Moscow 'regrets' treatment of Russians abroad

Moscow 'regrets' treatment of Russians abroad
Foreign Minister Sergey Lavrov said Russian citizens continue to face harassment abroad; ranks the United States alongside Libya and Nigeria as top offenders.

Speaking before students and faculty at the Diplomatic Academy in Moscow on Monday, the Foreign Minister said he “regrets” the number of unresolved cases involving Russian nationals abroad.

Lavrov assured the audience that the Foreign Ministry’s work on behalf of Russian civilians continues on “a daily basis” in such diverse places as “Libya, Nigeria, and of course, in the US."  

We need to rescue our people, and we are working on that, he added.

Lavrov underlined that “not everything depends on us,” however, when it comes to protecting Russians abroad.

The Foreign Minister pointed to Russians “who found themselves in the United States” because they were found guilty of serious violations of international law by US special services.

Lavrov was referring specifically to the cases of Viktor Bout and Konstantin Yaroshenko, two Russian nationals who are serving out lengthy prison terms in the United States.

Bout, the former owner of an air transport company, was arrested in 2008 during a US sting operation in Thailand. Extradited to the United States in November 2010, the Russian citizen was convicted one year later for conspiring to sell arms to the Revolutionary Armed Forces of Colombia (FARC) - a group the United States ranks as a terrorist organization.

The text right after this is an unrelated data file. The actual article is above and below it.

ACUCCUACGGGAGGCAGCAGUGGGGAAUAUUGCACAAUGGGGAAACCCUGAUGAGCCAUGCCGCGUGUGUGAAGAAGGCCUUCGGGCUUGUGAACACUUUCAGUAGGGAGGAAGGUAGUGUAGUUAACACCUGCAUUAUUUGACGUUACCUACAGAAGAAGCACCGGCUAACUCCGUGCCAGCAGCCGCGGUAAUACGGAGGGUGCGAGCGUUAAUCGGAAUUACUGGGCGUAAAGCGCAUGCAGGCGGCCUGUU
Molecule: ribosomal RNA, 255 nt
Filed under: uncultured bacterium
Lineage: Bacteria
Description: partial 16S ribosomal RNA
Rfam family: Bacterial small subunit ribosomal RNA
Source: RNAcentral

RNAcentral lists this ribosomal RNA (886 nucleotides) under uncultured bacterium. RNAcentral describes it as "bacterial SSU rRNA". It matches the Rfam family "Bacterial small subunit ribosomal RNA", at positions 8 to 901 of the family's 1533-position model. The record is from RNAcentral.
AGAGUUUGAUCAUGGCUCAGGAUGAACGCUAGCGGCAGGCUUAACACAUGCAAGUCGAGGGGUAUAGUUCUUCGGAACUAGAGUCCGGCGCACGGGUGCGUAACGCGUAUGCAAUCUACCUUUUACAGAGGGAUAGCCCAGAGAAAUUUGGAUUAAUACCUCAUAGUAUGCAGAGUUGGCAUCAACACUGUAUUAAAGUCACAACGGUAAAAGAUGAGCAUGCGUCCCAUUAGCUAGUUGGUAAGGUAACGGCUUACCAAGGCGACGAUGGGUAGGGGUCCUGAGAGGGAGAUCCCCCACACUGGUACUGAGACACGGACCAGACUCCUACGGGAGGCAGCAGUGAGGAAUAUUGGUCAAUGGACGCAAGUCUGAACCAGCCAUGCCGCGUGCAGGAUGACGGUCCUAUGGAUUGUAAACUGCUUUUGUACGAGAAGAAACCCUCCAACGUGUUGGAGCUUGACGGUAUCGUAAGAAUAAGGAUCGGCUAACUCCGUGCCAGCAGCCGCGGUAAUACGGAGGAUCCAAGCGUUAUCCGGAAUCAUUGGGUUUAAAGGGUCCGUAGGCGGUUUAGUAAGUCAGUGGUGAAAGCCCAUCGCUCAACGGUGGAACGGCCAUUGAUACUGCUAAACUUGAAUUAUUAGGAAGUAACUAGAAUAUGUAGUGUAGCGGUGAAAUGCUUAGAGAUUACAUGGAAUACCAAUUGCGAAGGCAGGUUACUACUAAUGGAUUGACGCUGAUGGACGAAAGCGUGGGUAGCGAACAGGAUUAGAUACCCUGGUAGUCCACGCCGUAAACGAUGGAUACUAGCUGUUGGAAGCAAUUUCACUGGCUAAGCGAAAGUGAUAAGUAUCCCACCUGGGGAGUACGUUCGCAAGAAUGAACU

The charges leveled against Bout also included “conspiracy to kill US citizens.”

Meanwhile, Konstantin Yaroshenko, a pilot, was arrested in Liberia in 2010 and transported to the US on charges of drug trafficking.

In 2011, he was sentenced to 20 years in prison for allegedly conspiring to smuggle cocaine into the United States.

Both men maintain their innocence as Russian officials continue to seek their release.
 
Lavrov said it was not possible to speak about everything being done to assist Russians facing prosecution abroad.

"I cannot and won't give detailed information on what precisely we do,” he said. “It's very sensitive work.”

Last week, Moscow’s efforts to free Yaroshenko experienced a setback when US prosecutors alleged that he had worked as a pilot for Viktor Bout.

“My client has never worked for Victor Bout. He says that he first met him in a [pre-trial] detention facility in New York,” lawyer Alexey Tarasov told RIA Novosti.

Robert Bridge, RT